media

From the Commonplace Book: Why Our Phones Make Us Sad

Permit me a bit of philosophy on a gray Sunday morning.

From Guy DeBord’s The Society of the Spectacle, a passage I keep returning to, because I think it sums up what is new about the world of screens:

Images detached from every aspect of life merge into a common stream, and the former unity of life is lost forever. Apprehended in a partial way, reality unfolds in a new generality as a pseudo-world apart, solely as an object of contemplation. The tendency toward the specialization of images-of-the-world finds its highest expression in the world of the autonomous image, where deceit deceives itself. The spectacle in its generality is a concrete inversion of life, and, as such, the autonomous movement of non-life.

And what is non-life? How is it autonomous? It is the world of algorithms, of thought moving without spirit.

The Byzantines and the Orthodox Church today believe that consecrated icons are alive. An image of St. Michael *is* St. Michael and deserves all the reverence due to the archangel. I witnessed in a remote Greek monastery the monks setting vast hanging light fixtures swinging at the height of their liturgy, to symbolize the world dancing with spirit. These are images which move only with spirit to move them, either human or divine. There is no deceit.

In the form of our screens we are surrounded by unconsecrated images which move only with alien intelligence. Like the demiurge or St. Paul’s dark mirror, they only reflect us. They do not bring life together, but fragment it.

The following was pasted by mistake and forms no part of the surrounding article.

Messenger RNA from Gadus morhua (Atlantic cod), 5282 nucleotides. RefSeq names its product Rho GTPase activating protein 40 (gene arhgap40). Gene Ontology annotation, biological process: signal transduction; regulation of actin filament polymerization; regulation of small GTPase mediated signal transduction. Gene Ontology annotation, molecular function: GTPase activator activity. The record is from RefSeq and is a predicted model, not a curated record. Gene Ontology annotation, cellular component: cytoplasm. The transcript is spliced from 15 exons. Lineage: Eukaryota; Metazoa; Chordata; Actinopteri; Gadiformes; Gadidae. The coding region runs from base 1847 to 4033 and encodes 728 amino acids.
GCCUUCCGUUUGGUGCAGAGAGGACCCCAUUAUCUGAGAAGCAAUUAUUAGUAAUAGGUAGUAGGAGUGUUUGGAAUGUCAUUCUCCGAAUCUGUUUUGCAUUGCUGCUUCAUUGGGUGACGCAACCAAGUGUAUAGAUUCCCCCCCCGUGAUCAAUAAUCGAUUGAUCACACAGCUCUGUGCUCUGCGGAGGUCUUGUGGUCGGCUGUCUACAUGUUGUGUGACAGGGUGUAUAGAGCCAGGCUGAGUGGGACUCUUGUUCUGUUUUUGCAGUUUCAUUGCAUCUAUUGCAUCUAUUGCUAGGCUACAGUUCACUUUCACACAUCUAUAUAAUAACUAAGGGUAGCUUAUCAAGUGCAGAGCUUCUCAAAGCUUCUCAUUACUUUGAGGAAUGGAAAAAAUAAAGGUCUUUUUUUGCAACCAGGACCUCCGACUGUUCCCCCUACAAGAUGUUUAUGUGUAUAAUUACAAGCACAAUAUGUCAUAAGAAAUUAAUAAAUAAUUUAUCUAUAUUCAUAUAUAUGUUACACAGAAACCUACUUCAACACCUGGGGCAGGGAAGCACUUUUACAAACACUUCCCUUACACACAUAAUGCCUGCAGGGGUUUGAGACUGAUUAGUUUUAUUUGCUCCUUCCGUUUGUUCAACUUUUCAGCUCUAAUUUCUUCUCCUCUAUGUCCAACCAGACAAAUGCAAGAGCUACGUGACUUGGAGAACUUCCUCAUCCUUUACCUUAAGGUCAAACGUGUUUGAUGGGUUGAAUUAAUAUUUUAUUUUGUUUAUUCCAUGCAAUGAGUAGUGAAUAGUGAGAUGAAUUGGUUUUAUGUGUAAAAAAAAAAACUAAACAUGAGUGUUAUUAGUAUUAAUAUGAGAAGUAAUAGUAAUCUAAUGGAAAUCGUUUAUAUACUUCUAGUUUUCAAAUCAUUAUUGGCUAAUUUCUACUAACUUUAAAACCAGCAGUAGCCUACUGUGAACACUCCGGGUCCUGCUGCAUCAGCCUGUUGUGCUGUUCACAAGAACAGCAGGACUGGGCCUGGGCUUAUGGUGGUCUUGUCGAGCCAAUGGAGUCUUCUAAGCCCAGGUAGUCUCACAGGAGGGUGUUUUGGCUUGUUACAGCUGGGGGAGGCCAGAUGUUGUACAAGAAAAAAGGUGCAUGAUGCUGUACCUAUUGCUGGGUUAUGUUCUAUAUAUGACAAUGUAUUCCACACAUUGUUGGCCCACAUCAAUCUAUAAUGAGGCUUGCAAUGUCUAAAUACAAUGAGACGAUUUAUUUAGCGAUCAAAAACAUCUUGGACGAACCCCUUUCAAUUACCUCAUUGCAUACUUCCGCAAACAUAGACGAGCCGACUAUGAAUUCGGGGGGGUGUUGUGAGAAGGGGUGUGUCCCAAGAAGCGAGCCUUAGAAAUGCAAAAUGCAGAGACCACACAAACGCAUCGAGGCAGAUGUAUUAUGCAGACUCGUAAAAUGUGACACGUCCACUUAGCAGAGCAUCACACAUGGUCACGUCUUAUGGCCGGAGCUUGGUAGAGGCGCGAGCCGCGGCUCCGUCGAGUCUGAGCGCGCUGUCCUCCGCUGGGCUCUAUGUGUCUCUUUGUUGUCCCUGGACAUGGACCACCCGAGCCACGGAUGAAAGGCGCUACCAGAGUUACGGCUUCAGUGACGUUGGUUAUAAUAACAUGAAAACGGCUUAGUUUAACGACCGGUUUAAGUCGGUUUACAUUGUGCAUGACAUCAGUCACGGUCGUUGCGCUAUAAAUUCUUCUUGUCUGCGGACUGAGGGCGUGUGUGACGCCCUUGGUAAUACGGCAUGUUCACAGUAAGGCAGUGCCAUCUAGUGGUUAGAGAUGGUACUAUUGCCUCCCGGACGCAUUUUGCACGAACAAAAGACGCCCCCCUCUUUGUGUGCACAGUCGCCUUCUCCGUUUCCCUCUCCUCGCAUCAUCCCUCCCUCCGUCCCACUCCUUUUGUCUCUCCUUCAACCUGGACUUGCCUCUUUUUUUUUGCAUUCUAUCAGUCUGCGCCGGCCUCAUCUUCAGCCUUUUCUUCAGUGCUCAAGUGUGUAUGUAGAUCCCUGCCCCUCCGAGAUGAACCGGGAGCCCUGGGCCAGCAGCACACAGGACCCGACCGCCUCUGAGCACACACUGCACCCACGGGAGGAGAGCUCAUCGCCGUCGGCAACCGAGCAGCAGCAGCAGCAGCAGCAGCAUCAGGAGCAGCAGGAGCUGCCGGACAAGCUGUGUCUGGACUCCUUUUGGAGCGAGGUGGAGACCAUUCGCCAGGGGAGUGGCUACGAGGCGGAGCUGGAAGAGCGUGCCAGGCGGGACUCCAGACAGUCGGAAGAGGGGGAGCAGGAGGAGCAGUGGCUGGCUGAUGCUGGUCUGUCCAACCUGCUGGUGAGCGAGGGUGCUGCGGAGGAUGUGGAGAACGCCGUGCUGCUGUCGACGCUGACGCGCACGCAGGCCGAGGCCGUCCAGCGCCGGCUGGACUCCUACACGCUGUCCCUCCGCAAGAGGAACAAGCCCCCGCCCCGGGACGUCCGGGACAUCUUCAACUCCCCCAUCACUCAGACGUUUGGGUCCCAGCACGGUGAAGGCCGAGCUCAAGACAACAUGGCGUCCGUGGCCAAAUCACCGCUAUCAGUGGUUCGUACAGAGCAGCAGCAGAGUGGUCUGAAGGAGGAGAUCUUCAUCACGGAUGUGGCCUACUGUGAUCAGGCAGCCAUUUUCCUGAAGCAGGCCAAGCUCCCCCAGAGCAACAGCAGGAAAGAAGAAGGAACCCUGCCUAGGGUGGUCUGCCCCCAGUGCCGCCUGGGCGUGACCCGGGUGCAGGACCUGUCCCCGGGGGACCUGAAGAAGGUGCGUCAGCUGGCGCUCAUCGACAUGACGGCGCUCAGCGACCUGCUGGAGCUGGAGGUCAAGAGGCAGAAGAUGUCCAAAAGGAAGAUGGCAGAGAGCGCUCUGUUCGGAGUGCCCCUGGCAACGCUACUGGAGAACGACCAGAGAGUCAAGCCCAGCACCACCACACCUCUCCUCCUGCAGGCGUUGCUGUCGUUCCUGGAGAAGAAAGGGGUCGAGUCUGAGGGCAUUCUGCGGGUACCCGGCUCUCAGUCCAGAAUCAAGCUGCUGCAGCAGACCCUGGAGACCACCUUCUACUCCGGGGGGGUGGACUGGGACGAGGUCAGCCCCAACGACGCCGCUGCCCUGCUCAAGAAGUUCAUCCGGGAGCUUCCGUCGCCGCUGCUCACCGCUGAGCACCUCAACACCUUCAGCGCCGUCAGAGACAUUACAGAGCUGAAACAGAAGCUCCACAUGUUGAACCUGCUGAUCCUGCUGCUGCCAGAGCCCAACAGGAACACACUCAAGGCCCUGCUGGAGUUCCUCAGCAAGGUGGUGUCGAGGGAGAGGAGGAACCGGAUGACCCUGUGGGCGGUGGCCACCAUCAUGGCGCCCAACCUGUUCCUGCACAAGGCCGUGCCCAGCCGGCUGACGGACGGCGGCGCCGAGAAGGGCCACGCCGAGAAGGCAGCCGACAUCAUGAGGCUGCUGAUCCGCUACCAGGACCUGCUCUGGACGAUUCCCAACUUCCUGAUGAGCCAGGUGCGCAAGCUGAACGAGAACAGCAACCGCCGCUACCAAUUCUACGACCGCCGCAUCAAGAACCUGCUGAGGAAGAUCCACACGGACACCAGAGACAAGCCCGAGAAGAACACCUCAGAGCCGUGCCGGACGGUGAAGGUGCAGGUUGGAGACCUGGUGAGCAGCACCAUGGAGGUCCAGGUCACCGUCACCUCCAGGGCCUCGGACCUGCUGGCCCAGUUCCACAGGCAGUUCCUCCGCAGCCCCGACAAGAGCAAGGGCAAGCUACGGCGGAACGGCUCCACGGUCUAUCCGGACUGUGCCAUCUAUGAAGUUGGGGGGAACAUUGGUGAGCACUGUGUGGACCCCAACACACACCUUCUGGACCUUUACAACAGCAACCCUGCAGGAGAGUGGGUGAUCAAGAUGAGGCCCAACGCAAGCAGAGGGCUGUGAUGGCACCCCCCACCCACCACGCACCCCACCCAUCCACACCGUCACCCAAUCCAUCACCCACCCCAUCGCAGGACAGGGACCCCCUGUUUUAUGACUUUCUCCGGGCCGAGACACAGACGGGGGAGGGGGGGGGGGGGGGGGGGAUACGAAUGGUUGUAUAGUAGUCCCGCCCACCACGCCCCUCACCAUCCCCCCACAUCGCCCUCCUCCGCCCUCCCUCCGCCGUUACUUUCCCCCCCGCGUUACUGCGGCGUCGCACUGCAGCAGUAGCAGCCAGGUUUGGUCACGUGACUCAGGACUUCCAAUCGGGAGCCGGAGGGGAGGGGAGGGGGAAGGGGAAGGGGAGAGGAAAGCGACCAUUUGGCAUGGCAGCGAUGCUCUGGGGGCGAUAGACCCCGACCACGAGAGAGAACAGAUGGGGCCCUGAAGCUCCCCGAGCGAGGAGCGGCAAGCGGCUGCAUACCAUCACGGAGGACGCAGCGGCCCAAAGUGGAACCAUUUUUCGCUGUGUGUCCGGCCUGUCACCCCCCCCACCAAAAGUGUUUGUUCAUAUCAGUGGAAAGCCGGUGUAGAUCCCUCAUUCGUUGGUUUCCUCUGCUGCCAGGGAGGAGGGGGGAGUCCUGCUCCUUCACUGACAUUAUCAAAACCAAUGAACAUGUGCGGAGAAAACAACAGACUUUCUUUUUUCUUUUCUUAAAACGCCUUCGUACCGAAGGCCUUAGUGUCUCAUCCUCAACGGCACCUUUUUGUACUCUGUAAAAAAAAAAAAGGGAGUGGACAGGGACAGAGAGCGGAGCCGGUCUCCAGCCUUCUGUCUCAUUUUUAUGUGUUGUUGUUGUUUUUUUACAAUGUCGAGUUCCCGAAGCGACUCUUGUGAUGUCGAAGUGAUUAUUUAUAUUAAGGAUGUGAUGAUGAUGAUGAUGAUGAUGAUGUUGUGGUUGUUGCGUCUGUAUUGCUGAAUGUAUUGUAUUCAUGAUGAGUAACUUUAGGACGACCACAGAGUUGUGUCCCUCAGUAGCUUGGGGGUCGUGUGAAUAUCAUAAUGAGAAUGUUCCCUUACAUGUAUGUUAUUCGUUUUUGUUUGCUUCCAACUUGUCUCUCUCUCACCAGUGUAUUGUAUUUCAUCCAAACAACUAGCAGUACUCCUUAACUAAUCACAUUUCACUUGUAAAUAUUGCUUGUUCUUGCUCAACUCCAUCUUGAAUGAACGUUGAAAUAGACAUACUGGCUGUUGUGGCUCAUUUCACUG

How media reshapes our consciousness

“All of us have become the unwitting workforce for social change.” -Marshall McLuhan

Lincoln Douglas Debates (source: wikimedia commons)

In nineteenth century America, it was common for citizens to gather and listen to dense political oratory for hours at a time.  At the first of the famous debates between Abraham Lincoln and Stephen Douglas in 1858, Lincoln proposed that the debate be split in half to make it easier on the audience.  The two men would share the podium for just four hours before lunch and three hours after—even with the break, an excruciating stretch of time by today’s standards.  Yet the crowd that day reportedly listened with rapt attention for the full seven hours, only breaking their silence to express support or disagreement, or to applaud a well-turned phrase.  Nineteenth century audiences regularly gathered by the thousands to perform similar feats of sustained attention.[1]  Neither Lincoln nor Douglas were considered prolix, yet just one of Lincoln’s responses that day ran to over sixteen thousand spoken words.

In contrast, the entire televised debate between Richard Nixon and John F. Kennedy in September of 1960 ran to fewer than ten thousand words. (more…)